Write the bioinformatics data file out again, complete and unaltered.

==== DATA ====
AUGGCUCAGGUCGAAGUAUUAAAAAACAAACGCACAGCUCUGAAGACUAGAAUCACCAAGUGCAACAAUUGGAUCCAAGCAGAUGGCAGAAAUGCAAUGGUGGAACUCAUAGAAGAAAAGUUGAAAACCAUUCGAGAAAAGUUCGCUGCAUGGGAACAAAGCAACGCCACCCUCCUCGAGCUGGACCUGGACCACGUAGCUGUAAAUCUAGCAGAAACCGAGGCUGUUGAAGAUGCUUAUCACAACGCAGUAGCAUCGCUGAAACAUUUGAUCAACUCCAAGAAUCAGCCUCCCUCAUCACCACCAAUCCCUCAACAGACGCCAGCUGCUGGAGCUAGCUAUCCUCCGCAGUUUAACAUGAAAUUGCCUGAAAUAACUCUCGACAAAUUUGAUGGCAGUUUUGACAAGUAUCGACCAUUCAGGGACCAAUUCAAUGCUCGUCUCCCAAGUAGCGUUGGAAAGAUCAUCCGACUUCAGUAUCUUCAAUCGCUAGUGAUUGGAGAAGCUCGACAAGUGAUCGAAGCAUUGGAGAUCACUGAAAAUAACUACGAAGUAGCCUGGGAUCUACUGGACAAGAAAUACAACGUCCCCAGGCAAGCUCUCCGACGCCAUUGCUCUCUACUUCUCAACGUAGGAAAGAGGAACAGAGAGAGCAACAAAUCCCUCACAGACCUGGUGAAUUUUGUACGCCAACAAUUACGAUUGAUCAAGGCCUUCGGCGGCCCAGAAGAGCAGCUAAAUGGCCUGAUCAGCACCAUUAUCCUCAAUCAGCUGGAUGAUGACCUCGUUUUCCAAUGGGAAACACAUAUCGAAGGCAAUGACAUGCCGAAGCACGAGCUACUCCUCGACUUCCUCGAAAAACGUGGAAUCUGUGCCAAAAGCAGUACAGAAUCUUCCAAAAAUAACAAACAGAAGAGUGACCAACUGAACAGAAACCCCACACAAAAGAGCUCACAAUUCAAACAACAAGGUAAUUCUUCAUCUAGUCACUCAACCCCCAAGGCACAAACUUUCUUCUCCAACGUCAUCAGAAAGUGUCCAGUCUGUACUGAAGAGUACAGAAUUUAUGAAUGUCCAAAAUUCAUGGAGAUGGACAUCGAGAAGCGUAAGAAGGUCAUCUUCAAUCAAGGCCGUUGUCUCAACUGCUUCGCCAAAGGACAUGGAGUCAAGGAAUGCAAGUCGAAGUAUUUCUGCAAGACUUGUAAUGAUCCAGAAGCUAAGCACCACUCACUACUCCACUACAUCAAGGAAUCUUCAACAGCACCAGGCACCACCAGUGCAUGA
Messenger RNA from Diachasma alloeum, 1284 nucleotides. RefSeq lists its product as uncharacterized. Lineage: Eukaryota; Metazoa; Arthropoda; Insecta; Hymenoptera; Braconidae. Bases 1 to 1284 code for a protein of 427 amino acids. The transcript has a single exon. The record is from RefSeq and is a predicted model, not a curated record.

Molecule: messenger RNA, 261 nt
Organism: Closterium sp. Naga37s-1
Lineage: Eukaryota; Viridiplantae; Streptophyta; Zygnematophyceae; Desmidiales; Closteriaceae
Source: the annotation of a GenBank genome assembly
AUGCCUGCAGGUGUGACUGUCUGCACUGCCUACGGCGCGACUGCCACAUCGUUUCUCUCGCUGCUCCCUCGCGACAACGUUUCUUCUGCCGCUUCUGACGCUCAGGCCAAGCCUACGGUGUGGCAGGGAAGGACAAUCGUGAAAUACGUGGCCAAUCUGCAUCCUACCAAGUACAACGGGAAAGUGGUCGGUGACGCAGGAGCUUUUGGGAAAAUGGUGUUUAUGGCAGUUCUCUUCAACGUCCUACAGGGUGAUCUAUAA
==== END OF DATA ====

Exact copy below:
AUGGCUCAGGUCGAAGUAUUAAAAAACAAACGCACAGCUCUGAAGACUAGAAUCACCAAGUGCAACAAUUGGAUCCAAGCAGAUGGCAGAAAUGCAAUGGUGGAACUCAUAGAAGAAAAGUUGAAAACCAUUCGAGAAAAGUUCGCUGCAUGGGAACAAAGCAACGCCACCCUCCUCGAGCUGGACCUGGACCACGUAGCUGUAAAUCUAGCAGAAACCGAGGCUGUUGAAGAUGCUUAUCACAACGCAGUAGCAUCGCUGAAACAUUUGAUCAACUCCAAGAAUCAGCCUCCCUCAUCACCACCAAUCCCUCAACAGACGCCAGCUGCUGGAGCUAGCUAUCCUCCGCAGUUUAACAUGAAAUUGCCUGAAAUAACUCUCGACAAAUUUGAUGGCAGUUUUGACAAGUAUCGACCAUUCAGGGACCAAUUCAAUGCUCGUCUCCCAAGUAGCGUUGGAAAGAUCAUCCGACUUCAGUAUCUUCAAUCGCUAGUGAUUGGAGAAGCUCGACAAGUGAUCGAAGCAUUGGAGAUCACUGAAAAUAACUACGAAGUAGCCUGGGAUCUACUGGACAAGAAAUACAACGUCCCCAGGCAAGCUCUCCGACGCCAUUGCUCUCUACUUCUCAACGUAGGAAAGAGGAACAGAGAGAGCAACAAAUCCCUCACAGACCUGGUGAAUUUUGUACGCCAACAAUUACGAUUGAUCAAGGCCUUCGGCGGCCCAGAAGAGCAGCUAAAUGGCCUGAUCAGCACCAUUAUCCUCAAUCAGCUGGAUGAUGACCUCGUUUUCCAAUGGGAAACACAUAUCGAAGGCAAUGACAUGCCGAAGCACGAGCUACUCCUCGACUUCCUCGAAAAACGUGGAAUCUGUGCCAAAAGCAGUACAGAAUCUUCCAAAAAUAACAAACAGAAGAGUGACCAACUGAACAGAAACCCCACACAAAAGAGCUCACAAUUCAAACAACAAGGUAAUUCUUCAUCUAGUCACUCAACCCCCAAGGCACAAACUUUCUUCUCCAACGUCAUCAGAAAGUGUCCAGUCUGUACUGAAGAGUACAGAAUUUAUGAAUGUCCAAAAUUCAUGGAGAUGGACAUCGAGAAGCGUAAGAAGGUCAUCUUCAAUCAAGGCCGUUGUCUCAACUGCUUCGCCAAAGGACAUGGAGUCAAGGAAUGCAAGUCGAAGUAUUUCUGCAAGACUUGUAAUGAUCCAGAAGCUAAGCACCACUCACUACUCCACUACAUCAAGGAAUCUUCAACAGCACCAGGCACCACCAGUGCAUGA
Messenger RNA from Diachasma alloeum, 1284 nucleotides. RefSeq lists its product as uncharacterized. Lineage: Eukaryota; Metazoa; Arthropoda; Insecta; Hymenoptera; Braconidae. Bases 1 to 1284 code for a protein of 427 amino acids. The transcript has a single exon. The record is from RefSeq and is a predicted model, not a curated record.

Molecule: messenger RNA, 261 nt
Organism: Closterium sp. Naga37s-1
Lineage: Eukaryota; Viridiplantae; Streptophyta; Zygnematophyceae; Desmidiales; Closteriaceae
Source: the annotation of a GenBank genome assembly
AUGCCUGCAGGUGUGACUGUCUGCACUGCCUACGGCGCGACUGCCACAUCGUUUCUCUCGCUGCUCCCUCGCGACAACGUUUCUUCUGCCGCUUCUGACGCUCAGGCCAAGCCUACGGUGUGGCAGGGAAGGACAAUCGUGAAAUACGUGGCCAAUCUGCAUCCUACCAAGUACAACGGGAAAGUGGUCGGUGACGCAGGAGCUUUUGGGAAAAUGGUGUUUAUGGCAGUUCUCUUCAACGUCCUACAGGGUGAUCUAUAA